Crowdsourcing, or outsourcing to the crowd, serves to redistribute the cost of developing new products and services beyond the firm to a crowd who provides finances, information, labor, or ideas for a marginal cost. Digital networked technologies have increased the pool of providers and speed of provision with important economic implications. Adoption in the heritage field has not been widespread.
This chapter proposes a taxonomy of crowdsourcing projects and presents a selection of representative projects in the heritage sector focusing on advancing digital heritage activities. The analysis identifies four main benefits to involve the crowd:
(1) work can advance surpassing limitations of institutional budgets constraints;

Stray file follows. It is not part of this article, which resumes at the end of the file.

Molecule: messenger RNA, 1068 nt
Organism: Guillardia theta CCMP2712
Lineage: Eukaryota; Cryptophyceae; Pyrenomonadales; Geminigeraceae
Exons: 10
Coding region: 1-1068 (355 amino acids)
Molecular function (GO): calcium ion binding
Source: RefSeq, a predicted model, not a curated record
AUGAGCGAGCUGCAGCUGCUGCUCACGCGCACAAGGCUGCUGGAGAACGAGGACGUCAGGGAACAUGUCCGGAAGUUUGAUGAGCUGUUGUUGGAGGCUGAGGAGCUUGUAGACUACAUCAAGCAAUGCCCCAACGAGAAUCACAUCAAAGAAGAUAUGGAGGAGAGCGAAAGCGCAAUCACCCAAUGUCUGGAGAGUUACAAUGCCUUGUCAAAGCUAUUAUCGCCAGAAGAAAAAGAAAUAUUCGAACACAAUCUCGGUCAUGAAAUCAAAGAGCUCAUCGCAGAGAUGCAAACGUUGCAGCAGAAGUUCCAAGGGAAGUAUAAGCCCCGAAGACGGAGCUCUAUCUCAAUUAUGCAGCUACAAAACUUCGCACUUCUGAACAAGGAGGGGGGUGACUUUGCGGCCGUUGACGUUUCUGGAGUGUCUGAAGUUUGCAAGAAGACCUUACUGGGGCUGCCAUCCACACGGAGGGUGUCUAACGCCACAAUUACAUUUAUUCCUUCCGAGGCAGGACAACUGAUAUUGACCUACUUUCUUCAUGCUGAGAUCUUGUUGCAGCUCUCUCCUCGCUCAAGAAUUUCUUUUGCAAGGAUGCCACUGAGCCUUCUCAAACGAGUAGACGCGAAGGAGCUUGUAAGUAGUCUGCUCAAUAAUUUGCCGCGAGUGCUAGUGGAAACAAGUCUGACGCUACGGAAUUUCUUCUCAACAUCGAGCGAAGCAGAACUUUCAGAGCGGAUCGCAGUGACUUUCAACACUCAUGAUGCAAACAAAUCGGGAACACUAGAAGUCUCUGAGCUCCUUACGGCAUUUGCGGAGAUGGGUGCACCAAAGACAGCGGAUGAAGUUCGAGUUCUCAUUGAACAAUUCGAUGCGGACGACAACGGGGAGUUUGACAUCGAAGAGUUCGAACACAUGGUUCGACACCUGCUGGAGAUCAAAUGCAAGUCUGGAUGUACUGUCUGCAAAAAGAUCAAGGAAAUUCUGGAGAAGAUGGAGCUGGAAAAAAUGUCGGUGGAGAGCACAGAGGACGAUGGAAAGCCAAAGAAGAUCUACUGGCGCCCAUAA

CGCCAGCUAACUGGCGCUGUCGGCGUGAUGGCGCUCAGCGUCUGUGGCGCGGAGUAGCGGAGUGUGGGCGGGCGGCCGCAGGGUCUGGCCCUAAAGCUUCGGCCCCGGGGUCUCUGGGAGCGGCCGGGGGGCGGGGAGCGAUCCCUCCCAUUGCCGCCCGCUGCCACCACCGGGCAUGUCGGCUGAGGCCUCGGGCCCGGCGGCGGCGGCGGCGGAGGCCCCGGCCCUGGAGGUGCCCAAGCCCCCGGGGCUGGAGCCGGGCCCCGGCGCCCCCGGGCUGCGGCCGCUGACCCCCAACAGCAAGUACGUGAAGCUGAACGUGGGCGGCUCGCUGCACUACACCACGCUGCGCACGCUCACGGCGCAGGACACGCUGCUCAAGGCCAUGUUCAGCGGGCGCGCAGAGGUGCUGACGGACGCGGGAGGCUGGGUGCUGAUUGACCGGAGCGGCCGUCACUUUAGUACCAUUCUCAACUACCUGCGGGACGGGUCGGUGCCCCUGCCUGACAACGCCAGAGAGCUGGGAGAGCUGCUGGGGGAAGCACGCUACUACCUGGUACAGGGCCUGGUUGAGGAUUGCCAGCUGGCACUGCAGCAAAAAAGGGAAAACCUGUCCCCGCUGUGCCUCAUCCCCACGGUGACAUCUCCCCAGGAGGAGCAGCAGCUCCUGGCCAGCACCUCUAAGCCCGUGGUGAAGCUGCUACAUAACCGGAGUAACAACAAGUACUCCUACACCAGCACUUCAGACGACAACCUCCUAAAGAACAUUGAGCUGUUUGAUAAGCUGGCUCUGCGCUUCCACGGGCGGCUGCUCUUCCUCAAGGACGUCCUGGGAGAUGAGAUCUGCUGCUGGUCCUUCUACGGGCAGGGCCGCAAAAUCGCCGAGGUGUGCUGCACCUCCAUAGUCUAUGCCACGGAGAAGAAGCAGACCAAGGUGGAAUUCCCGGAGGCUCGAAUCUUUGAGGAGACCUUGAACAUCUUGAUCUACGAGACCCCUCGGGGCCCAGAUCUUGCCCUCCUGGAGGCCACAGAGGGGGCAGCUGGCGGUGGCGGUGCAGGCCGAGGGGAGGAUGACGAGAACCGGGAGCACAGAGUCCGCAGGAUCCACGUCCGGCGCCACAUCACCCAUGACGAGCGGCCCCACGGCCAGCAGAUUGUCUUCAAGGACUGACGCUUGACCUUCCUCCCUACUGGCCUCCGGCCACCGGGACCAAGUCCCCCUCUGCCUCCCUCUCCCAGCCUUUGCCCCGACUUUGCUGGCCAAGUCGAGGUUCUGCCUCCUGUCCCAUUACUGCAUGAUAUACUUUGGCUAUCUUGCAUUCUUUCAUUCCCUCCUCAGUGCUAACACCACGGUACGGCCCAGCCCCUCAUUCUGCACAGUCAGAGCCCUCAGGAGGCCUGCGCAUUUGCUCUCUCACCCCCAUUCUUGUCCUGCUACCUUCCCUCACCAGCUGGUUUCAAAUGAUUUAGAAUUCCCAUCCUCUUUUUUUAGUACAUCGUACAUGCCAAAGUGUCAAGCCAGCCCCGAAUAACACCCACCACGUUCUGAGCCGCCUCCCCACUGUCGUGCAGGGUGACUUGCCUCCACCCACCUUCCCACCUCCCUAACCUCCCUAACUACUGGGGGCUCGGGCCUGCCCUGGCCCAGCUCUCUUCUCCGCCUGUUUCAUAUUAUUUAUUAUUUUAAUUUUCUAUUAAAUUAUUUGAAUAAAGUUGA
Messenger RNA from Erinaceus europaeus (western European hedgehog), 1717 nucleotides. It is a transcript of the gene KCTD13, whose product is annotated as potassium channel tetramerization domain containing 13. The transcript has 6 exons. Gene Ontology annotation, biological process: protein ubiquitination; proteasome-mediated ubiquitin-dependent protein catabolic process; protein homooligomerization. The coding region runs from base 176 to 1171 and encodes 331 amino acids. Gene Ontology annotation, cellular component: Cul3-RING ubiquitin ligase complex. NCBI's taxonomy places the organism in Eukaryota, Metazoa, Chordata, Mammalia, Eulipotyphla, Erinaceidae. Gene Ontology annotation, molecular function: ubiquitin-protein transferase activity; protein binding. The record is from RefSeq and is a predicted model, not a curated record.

(2) participation and further crowd engagement stimulate the notion of socially constructed commons;
(3) tapping into a global crowd enables the redistribution of costs and benefits beyond geo-political boundaries, strengthening notions of a common heritage resource; and
(4) by engaging in digital collaboration with the crowd, greater insight can be gained into the cultural consumption dynamics evolving on the Internet.
Challenges identified include the sustainability of the crowd’s work, involving the reuse of results beyond the crowdsourcing project, as well as incorporating the crowd’s contribution into the organizational production process, adopting it for instance as part of the collections’ information system.

Crowdsourcing, Digital Heritage, Common Heritage, Sustainability
hdl.handle.net/1765/133477
Erasmus School of History, Culture and Communication (ESHCC)

Navarrete, T. (2020). Crowdsourcing the digital transformation of heritage. In Digital Transformation in the Cultural and Creative Industries: Production, Consumption and Entrepreneurship in the Digital and Sharing Economy (pp. 99–116). Retrieved from http://hdl.handle.net/1765/133477